Sneak Peek into Arrowhead Broadway Company’s Production of Shrek: The Musical

James Norcross, Reporter

Following up last year’s production of Catch Me if You Can, the Arrowhead Broadway Company continues the trend of film-musical adaptations with Shrek: The Musical, coming this fall to Arrowhead’s North Campus Theater.  This musical is an adaptation of the 2001 Dreamworks animated film starring Mike Meyers.  The show runs from October 19-22; those who wish to buy tickets may go to this website


Brady Shiro is…Shrek

Junior Brady Shiro plays the titular ogre and lead of the play (alongside Donkey and Fiona).  


Shiro says that if he could be any character in the musical apart from the role he got, he would be “Donkey.”


“Practice has been really good!” according to Shiro and the cast is focusing “on big dance numbers and vocals for songs.”


Before rehearsals started, the Broadway Company had a “camp week” with a focus on “team bonding,” says Shiro. 


Gabby Woida is…Mama Ogre

Junior Gabby Woida plays the mother of Shrek.  She also appears as a Dunlop dancer and plays the Queen of Hearts.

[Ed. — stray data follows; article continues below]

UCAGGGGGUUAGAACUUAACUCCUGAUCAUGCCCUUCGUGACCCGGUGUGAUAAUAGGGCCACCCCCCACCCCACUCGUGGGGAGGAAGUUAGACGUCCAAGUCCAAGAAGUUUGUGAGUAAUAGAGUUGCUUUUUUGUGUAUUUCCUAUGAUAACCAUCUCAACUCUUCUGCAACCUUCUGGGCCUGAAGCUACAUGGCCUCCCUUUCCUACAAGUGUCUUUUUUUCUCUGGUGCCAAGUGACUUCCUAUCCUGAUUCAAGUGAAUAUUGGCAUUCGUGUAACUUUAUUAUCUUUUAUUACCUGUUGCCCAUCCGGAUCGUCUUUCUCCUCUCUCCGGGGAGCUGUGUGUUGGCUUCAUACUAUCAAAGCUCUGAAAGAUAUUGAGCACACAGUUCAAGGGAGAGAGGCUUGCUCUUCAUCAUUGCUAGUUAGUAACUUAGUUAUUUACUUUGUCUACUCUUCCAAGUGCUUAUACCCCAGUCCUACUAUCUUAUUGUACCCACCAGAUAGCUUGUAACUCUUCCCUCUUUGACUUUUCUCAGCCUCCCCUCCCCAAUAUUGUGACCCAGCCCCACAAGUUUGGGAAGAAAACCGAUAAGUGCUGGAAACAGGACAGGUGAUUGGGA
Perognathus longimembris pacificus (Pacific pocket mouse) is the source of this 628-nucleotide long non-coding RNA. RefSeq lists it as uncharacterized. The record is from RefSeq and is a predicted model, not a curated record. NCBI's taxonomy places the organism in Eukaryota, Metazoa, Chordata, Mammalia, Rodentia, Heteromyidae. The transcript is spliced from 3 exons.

Woida says that her “favorite song in Shrek is Who I’d Be.”  She adds that “the vocals are amazing and it’s such a heartbreaking yet beautiful song.”


Also, Woida says that “the auditioning process” for Broadway Company shows is “always different.  Sometimes our directors need to see different people perform different song[s]” but the Shrek “audition[ing] process was quick.”


Practice “has been going fantastic” according to Woida and says that “everything really comes to life” when they “start getting into costumes”


Nora Fawley is…Gingy

Junior Nora Fawley plays a sugarplum fairy named Gingy.  This character is a puppet that operates as a fairy.


Fawley says that her favorite song is “When Words Fail” because it “show[s] a side of Shrek” that is more than “just a big stupid ugly ogre.”


Adding on, Fawley explains that “rehearsals usually go until 5 or 6” but go “until 9” closer to the show. 


As for the accuracy of the film to the play, Fawley says that “the musical is pretty accurate to the film” in terms of “plot and themes” but differs because “characters…break into song a lot.”


Alongside those interviewed, students Nora Perugini, Jr Araque, and more will be performing in 


“These people and roles were meant to be,” says Woida.